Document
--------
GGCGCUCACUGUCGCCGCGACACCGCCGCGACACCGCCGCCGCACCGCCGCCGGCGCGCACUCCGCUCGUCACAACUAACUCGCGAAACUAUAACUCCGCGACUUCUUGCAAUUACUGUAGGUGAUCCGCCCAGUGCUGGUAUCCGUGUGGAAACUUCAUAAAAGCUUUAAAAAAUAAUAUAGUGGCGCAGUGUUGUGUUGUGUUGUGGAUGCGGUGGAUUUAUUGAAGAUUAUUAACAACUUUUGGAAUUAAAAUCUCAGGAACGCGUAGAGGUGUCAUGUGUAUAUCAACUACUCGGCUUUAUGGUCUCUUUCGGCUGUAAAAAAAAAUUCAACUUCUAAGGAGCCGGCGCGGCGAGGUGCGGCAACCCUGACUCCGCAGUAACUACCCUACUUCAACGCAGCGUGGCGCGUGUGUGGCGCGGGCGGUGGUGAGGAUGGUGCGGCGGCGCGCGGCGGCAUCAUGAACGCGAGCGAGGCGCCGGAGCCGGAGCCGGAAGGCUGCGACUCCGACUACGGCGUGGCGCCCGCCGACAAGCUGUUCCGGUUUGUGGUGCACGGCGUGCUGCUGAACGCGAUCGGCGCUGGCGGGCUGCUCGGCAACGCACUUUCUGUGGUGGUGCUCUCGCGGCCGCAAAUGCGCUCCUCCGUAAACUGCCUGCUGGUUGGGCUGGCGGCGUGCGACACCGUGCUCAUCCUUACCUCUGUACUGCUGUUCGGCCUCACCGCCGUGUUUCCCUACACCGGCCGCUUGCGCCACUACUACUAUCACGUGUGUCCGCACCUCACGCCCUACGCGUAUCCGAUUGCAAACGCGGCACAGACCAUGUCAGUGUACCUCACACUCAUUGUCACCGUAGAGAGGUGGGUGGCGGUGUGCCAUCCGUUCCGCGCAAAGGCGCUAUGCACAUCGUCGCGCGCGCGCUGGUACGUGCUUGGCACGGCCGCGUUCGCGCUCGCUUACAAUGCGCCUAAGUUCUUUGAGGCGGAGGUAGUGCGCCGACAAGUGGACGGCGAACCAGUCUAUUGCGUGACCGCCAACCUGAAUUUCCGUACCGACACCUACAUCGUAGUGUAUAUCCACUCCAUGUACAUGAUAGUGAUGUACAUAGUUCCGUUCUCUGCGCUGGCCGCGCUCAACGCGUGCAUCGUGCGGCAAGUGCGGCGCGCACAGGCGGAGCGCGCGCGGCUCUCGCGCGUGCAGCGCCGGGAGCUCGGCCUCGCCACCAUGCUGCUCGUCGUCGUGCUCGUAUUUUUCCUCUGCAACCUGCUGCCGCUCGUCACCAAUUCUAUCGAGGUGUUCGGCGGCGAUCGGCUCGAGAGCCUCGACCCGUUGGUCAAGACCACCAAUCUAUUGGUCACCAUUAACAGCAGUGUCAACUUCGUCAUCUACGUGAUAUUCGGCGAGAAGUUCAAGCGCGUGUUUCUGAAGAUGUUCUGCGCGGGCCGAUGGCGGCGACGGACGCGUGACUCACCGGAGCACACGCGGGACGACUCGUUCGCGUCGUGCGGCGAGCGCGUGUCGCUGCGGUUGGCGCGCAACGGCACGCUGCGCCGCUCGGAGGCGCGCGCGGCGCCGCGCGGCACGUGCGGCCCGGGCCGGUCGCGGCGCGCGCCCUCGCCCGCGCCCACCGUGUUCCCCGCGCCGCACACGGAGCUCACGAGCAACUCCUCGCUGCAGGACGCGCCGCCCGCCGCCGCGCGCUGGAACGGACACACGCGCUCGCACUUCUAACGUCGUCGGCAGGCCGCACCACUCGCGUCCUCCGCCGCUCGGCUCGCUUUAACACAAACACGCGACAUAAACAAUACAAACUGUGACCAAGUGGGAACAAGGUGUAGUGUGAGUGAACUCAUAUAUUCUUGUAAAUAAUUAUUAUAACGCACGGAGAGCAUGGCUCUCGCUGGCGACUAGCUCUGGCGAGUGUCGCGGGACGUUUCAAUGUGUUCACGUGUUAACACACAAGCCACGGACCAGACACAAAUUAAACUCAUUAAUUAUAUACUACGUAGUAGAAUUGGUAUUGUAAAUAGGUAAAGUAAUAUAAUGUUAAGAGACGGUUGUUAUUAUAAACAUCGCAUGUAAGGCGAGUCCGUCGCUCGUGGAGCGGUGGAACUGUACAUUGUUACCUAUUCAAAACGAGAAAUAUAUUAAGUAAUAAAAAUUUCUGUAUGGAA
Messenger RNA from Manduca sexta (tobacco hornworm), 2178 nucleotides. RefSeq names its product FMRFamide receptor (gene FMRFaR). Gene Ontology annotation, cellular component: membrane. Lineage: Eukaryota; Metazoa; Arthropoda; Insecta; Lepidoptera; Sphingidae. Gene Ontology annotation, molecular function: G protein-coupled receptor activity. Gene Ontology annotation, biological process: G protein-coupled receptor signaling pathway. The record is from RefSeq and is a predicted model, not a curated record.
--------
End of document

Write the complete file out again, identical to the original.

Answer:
GGCGCUCACUGUCGCCGCGACACCGCCGCGACACCGCCGCCGCACCGCCGCCGGCGCGCACUCCGCUCGUCACAACUAACUCGCGAAACUAUAACUCCGCGACUUCUUGCAAUUACUGUAGGUGAUCCGCCCAGUGCUGGUAUCCGUGUGGAAACUUCAUAAAAGCUUUAAAAAAUAAUAUAGUGGCGCAGUGUUGUGUUGUGUUGUGGAUGCGGUGGAUUUAUUGAAGAUUAUUAACAACUUUUGGAAUUAAAAUCUCAGGAACGCGUAGAGGUGUCAUGUGUAUAUCAACUACUCGGCUUUAUGGUCUCUUUCGGCUGUAAAAAAAAAUUCAACUUCUAAGGAGCCGGCGCGGCGAGGUGCGGCAACCCUGACUCCGCAGUAACUACCCUACUUCAACGCAGCGUGGCGCGUGUGUGGCGCGGGCGGUGGUGAGGAUGGUGCGGCGGCGCGCGGCGGCAUCAUGAACGCGAGCGAGGCGCCGGAGCCGGAGCCGGAAGGCUGCGACUCCGACUACGGCGUGGCGCCCGCCGACAAGCUGUUCCGGUUUGUGGUGCACGGCGUGCUGCUGAACGCGAUCGGCGCUGGCGGGCUGCUCGGCAACGCACUUUCUGUGGUGGUGCUCUCGCGGCCGCAAAUGCGCUCCUCCGUAAACUGCCUGCUGGUUGGGCUGGCGGCGUGCGACACCGUGCUCAUCCUUACCUCUGUACUGCUGUUCGGCCUCACCGCCGUGUUUCCCUACACCGGCCGCUUGCGCCACUACUACUAUCACGUGUGUCCGCACCUCACGCCCUACGCGUAUCCGAUUGCAAACGCGGCACAGACCAUGUCAGUGUACCUCACACUCAUUGUCACCGUAGAGAGGUGGGUGGCGGUGUGCCAUCCGUUCCGCGCAAAGGCGCUAUGCACAUCGUCGCGCGCGCGCUGGUACGUGCUUGGCACGGCCGCGUUCGCGCUCGCUUACAAUGCGCCUAAGUUCUUUGAGGCGGAGGUAGUGCGCCGACAAGUGGACGGCGAACCAGUCUAUUGCGUGACCGCCAACCUGAAUUUCCGUACCGACACCUACAUCGUAGUGUAUAUCCACUCCAUGUACAUGAUAGUGAUGUACAUAGUUCCGUUCUCUGCGCUGGCCGCGCUCAACGCGUGCAUCGUGCGGCAAGUGCGGCGCGCACAGGCGGAGCGCGCGCGGCUCUCGCGCGUGCAGCGCCGGGAGCUCGGCCUCGCCACCAUGCUGCUCGUCGUCGUGCUCGUAUUUUUCCUCUGCAACCUGCUGCCGCUCGUCACCAAUUCUAUCGAGGUGUUCGGCGGCGAUCGGCUCGAGAGCCUCGACCCGUUGGUCAAGACCACCAAUCUAUUGGUCACCAUUAACAGCAGUGUCAACUUCGUCAUCUACGUGAUAUUCGGCGAGAAGUUCAAGCGCGUGUUUCUGAAGAUGUUCUGCGCGGGCCGAUGGCGGCGACGGACGCGUGACUCACCGGAGCACACGCGGGACGACUCGUUCGCGUCGUGCGGCGAGCGCGUGUCGCUGCGGUUGGCGCGCAACGGCACGCUGCGCCGCUCGGAGGCGCGCGCGGCGCCGCGCGGCACGUGCGGCCCGGGCCGGUCGCGGCGCGCGCCCUCGCCCGCGCCCACCGUGUUCCCCGCGCCGCACACGGAGCUCACGAGCAACUCCUCGCUGCAGGACGCGCCGCCCGCCGCCGCGCGCUGGAACGGACACACGCGCUCGCACUUCUAACGUCGUCGGCAGGCCGCACCACUCGCGUCCUCCGCCGCUCGGCUCGCUUUAACACAAACACGCGACAUAAACAAUACAAACUGUGACCAAGUGGGAACAAGGUGUAGUGUGAGUGAACUCAUAUAUUCUUGUAAAUAAUUAUUAUAACGCACGGAGAGCAUGGCUCUCGCUGGCGACUAGCUCUGGCGAGUGUCGCGGGACGUUUCAAUGUGUUCACGUGUUAACACACAAGCCACGGACCAGACACAAAUUAAACUCAUUAAUUAUAUACUACGUAGUAGAAUUGGUAUUGUAAAUAGGUAAAGUAAUAUAAUGUUAAGAGACGGUUGUUAUUAUAAACAUCGCAUGUAAGGCGAGUCCGUCGCUCGUGGAGCGGUGGAACUGUACAUUGUUACCUAUUCAAAACGAGAAAUAUAUUAAGUAAUAAAAAUUUCUGUAUGGAA
Messenger RNA from Manduca sexta (tobacco hornworm), 2178 nucleotides. RefSeq names its product FMRFamide receptor (gene FMRFaR). Gene Ontology annotation, cellular component: membrane. Lineage: Eukaryota; Metazoa; Arthropoda; Insecta; Lepidoptera; Sphingidae. Gene Ontology annotation, molecular function: G protein-coupled receptor activity. Gene Ontology annotation, biological process: G protein-coupled receptor signaling pathway. The record is from RefSeq and is a predicted model, not a curated record.